Looking back now, I know we would have all been better off for that. Because those bridges weren’t burned quite as well as I’d imagined.

“Jackson?” A voice, instantly recognizable, cut across the lobby of the theater. Beth’s voice. I hadn’t heard it in decades but still a jolt ran through me at the sound. “Jackson Ellis?”

I turned and when I saw her it was like stepping back through time. Maybe there was a bit of silver starting to show in her hair, a few wrinkles around the eyes that hadn’t been there back in the old days, but I felt a second jolt run through me as I took in her smile, her body.


She smiled. “Wow! You recognize me?”

How could I have not recognized her? I nodded.

“Impressive. It’s only been, what, twenty-two years?”


“What are you doing here?” I asked, the words feeling foolish even as they materialized.

And, of course, she rolled her eyes at me. “Going to see a movie, duh!”

She laughed and I laughed, too. “No, I meant… Here. Kansas City here. The last I’d heard you were out east.”

“Keeping tabs on me?”

“Well, you know. You hear things.”

“Right. So, had you heard that my dad died?”

I remembered now, too, how she somehow always could make me feel like I’d found the worst possible thing to have said. “No. I’m sorry for your loss.”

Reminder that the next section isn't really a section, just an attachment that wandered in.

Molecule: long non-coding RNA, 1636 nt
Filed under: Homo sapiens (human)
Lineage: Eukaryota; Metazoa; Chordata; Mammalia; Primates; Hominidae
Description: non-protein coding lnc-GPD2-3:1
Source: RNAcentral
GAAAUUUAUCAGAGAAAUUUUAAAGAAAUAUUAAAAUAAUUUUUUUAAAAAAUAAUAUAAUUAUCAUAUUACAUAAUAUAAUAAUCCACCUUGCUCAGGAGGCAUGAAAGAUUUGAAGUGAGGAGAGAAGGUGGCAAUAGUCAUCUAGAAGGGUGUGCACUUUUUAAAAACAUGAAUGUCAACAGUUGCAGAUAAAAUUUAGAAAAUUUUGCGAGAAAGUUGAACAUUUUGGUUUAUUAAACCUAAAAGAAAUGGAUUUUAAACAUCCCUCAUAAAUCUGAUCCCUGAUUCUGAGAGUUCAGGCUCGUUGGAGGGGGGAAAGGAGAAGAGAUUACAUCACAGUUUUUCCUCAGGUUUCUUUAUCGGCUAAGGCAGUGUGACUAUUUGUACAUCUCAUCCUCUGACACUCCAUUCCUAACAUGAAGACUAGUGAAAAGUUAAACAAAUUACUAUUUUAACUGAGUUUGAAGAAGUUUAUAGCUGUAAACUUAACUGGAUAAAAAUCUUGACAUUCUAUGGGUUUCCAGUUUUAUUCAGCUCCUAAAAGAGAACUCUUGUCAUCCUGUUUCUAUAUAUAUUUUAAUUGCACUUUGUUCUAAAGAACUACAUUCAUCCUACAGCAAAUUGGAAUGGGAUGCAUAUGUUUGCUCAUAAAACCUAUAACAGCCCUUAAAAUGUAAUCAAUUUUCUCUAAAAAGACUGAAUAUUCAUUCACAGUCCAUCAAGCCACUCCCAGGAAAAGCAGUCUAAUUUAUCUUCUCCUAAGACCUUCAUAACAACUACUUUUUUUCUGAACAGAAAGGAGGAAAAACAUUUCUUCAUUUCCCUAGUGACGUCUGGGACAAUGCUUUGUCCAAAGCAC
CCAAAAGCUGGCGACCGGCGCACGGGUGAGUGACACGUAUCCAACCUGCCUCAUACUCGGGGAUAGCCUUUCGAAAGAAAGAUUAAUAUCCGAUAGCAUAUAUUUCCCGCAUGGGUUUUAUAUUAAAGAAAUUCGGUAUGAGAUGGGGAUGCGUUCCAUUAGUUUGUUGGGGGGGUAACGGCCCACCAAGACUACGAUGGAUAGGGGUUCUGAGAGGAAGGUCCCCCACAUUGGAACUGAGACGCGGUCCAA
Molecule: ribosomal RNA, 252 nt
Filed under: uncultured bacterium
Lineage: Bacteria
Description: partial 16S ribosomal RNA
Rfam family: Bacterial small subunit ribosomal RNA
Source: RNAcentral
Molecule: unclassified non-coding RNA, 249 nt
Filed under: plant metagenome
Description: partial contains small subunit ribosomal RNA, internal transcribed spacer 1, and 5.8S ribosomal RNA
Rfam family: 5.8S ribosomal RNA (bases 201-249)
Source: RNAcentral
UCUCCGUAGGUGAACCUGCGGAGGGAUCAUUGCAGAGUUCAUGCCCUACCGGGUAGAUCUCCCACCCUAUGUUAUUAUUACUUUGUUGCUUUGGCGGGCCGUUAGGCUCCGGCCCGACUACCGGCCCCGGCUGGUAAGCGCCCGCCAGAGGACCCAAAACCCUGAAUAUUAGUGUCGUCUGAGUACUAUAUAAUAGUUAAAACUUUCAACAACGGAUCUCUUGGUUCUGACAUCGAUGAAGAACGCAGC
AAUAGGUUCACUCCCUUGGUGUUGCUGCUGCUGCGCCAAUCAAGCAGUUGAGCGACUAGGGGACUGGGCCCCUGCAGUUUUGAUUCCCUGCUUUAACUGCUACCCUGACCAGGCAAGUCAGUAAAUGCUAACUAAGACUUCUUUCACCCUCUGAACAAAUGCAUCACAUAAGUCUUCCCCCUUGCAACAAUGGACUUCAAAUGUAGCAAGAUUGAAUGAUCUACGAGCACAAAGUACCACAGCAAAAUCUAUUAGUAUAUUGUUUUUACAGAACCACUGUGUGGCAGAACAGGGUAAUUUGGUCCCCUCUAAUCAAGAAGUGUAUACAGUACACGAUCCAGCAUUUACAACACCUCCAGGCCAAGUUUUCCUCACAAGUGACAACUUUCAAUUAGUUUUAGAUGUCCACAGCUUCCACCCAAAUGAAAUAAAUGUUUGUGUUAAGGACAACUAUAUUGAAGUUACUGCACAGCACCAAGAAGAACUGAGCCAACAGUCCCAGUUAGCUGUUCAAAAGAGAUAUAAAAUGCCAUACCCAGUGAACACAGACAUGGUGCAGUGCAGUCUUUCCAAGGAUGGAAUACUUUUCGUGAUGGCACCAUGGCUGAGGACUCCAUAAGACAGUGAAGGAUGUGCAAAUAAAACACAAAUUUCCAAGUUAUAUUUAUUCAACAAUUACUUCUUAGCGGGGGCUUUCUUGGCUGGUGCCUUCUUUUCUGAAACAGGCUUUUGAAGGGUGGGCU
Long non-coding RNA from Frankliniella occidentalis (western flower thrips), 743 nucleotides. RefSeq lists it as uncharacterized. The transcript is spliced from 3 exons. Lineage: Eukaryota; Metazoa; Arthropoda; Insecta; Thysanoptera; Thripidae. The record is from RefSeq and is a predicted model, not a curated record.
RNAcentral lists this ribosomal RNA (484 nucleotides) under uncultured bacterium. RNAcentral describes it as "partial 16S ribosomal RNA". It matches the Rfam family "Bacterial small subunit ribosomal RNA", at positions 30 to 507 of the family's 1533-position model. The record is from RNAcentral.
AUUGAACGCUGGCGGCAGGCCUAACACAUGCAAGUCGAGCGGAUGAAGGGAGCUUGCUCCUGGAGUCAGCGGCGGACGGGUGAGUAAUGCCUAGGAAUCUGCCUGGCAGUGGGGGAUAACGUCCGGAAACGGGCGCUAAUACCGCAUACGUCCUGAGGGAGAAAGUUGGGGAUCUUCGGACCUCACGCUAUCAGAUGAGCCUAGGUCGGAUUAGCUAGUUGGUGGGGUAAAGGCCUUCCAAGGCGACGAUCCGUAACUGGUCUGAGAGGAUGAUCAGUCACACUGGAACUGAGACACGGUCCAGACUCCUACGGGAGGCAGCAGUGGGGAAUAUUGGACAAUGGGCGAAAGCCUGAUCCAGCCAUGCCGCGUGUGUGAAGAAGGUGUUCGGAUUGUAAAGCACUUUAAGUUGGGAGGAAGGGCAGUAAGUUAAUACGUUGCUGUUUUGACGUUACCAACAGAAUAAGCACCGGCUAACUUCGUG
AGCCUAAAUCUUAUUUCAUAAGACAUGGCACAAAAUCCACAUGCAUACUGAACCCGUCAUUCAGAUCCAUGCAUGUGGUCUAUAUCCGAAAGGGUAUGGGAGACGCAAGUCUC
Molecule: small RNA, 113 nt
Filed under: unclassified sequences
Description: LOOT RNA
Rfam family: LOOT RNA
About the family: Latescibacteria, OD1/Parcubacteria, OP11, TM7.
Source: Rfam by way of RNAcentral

“Thank you.” She brushed a loose strand of hair away from her face. “Six months ago. Bobby was supposed to take over the garage but he’s…” She waved a hand and I could fill in the blanks. Unreliable. A drunk. Probably a crook, to boot. “So I came home. I just got a new place. You should come see it one day.”

Carol came over then, back from a post-screening run to the restroom. I introduced the two of them to each other and couldn’t miss the flickers of hostility on both ends of the handshake.

“We’re already going to be later than we told the sitter, Jack,” Carol said, putting her arm around my waist and using it to urge me toward the door.

Beth smiled brightly and waved as I walked away.

“Who was that?” Carol asked on the ride home.

“A school friend. Beth James.”

The car was silent for a moment or two. “I don’t remember you mentioning her.”

“Well, I probably had a bunch of friends who’ve never come up. This is the first time I’ve seen her since college.”

I thought briefly that Carol was going to press for more information, but neither of us said another word the rest of the ride home.

And here I was on another Thursday night at Beth’s apartment with my bowling ball sitting idle in my back seat. I wondered -– not for the first time — when it would all come crashing down. When Carol would ask Fred or Alan or Marshall about how the league was going and they’d mention how much they missed my 186 average. She would ask what they meant and everyone would look puzzled. And there wouldn’t be any hope of a good explanation.

Whenever I thought about this, I felt a tiny bit sick. I remembered growing up in two houses and didn’t want that happening to our kids. I’d tell myself that Beth and I just had to be extra-careful and remember what lies we’d told which people, not be seen together in public — we’d long stopped bothering with meeting at the nearby bar. There wasn’t any reason we would necessarily get caught. But then, it would only take once.

I put it out of my mind, wrapped my naked body around Beth’s, and lost myself in her smell, her feel, her taste.

An hour later, the alarm on my phone rang. Time to be going. I climbed out of Beth’s arms, out of her bed.